Leaves turning and cooler temperatures signal the start of pumpkin season. Pumpkin paintings can be intricate like a finished piece or you can doodle pumpkins for stress relief. During classes and meetings, pumpkins were one of my go to doodles to help me focus when I was struggling. I have two simple pumpkin doodles you can use for a variety of stress relief paintings.
Welcome to my third blogpost! I go by Artsy Bat Brooke on all my art social medias and you can find me on Instagram at @artsy.bat.brooke and on YouTube at ArtsyBatBrooke.Pumpkins are one of my special interests that have persisted since childhood and a few ceramic ones are year-round fixtures in my home. Autumn is a time where my pumpkin special interest is more acceptable, so I let myself go all out and I often feel happiest in fall. Embracing a special interest isn’t always a distraction, it can be an instant mood boost during a tough day. So, let me share one of my favorite mood boosts.
First, we are going to start with one of my favorite pumpkin doodles. This type of pumpkin is fast and allows you to do many quick pumpkins. The shape for the pumpkin is like you have a circle and pinched in the top and the bottom, then either squished the sides of the pumpkin to make a tall pumpkin, or push the top down to make a fat pumpkin.
Once you have the outside, add four curved lines to the pumpkin making almost an oval in the center then parenthesis around it. The stem can either be a curving vine with leaves, or you can draw a cut vine to make it look like a pumpkin you would find at the store.
There are a variety of pumpkin colors other than orange, though my favorite color is orange. One of my favorite pumpkin finds was a bumpy purple pumpkin. Other natural pumpkin colors include white, yellow, green, and red. I outlined all my pumpkins then chose the Smiling Hippo Paints I would use. You can either paint in the drawn outlines or do a wet-on-wettechnique and let the pumpkins be just the linework. Since there are many glitters and the pigments which make the Smiling Hippo watercolors shiny that sometimes cover up linework, you could draw the pumpkins afterwards.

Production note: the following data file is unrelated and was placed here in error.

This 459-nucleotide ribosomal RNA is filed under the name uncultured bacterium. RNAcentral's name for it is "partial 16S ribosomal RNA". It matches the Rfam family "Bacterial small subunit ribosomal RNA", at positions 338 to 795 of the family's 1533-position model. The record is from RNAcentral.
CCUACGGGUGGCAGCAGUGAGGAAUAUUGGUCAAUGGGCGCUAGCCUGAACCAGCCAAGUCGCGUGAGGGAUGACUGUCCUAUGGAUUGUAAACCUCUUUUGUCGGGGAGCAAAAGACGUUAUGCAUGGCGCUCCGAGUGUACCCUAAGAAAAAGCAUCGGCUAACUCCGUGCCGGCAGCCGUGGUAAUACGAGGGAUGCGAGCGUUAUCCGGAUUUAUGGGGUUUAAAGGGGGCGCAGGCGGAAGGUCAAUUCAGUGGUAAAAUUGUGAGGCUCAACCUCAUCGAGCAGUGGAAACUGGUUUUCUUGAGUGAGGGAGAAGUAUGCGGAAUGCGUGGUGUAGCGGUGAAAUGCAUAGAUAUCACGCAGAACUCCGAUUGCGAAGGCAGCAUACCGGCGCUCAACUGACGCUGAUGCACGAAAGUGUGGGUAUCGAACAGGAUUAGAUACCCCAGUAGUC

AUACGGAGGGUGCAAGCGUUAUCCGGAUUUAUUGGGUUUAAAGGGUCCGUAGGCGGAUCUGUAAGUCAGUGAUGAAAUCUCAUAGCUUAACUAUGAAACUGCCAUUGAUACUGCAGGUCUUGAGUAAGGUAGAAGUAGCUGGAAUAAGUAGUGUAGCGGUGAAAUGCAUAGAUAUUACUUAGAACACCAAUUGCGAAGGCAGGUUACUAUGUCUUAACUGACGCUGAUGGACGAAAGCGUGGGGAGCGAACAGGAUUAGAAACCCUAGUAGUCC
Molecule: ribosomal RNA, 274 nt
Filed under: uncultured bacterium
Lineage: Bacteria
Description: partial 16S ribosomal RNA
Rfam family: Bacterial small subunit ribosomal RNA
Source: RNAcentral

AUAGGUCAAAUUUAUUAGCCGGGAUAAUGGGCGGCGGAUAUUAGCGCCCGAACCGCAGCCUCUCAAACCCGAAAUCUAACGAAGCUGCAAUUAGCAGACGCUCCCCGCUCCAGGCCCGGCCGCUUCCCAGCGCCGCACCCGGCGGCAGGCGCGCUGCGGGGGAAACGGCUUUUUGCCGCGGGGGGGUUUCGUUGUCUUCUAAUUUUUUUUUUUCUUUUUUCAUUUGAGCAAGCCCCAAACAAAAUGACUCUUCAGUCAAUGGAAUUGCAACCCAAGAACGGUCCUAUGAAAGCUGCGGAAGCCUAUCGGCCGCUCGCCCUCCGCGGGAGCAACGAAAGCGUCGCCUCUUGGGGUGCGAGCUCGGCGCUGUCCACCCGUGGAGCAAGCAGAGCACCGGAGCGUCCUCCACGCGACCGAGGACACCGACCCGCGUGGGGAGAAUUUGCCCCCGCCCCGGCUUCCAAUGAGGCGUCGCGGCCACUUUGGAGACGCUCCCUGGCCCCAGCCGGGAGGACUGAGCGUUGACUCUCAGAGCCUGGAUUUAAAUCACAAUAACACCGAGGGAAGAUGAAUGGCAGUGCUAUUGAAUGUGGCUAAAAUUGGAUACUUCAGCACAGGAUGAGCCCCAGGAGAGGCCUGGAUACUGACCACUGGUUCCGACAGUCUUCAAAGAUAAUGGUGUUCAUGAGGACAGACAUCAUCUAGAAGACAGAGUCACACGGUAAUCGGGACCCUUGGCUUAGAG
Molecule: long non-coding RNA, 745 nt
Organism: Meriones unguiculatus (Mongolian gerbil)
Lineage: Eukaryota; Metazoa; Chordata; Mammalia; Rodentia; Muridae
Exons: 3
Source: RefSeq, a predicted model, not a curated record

The other pumpkin doodle is simple, but can make your pumpkin look more realistic. You start out with an oval in the middle, then draw a line from the upper side of the oval to the lower side of the oval. Repeat this to get the pumpkin shape.
You can then draw either a stem or a vine on top. You could end the drawing here or add more dimension with little bumps on the top to look like the back of the pumpkin. I then outlined everything in waterproof liner. If the lines are wobbly, it can make it look more realistic since pumpkins are not perfectly smooth. You can do a wet-on-wet like for the other doodle, or make it more realistic by focusing on sections and adding details.
When painting it, select not touching areas first to control the watercolors more. To give it more dimension, you can put the darker color towards the lines. For the middle section, this would be by both lines, and the outer sections would be by the lines closer to the middle.
The cool thing about using the Smiling Hippo watercolors is that some of them are granulating and can create some great texture to things. I feel like it makes my pumpkin look like what it feels to rub your hand on a pumpkin.
I hope you enjoyed these pumpkin tutorials and that you will use them for future doodles.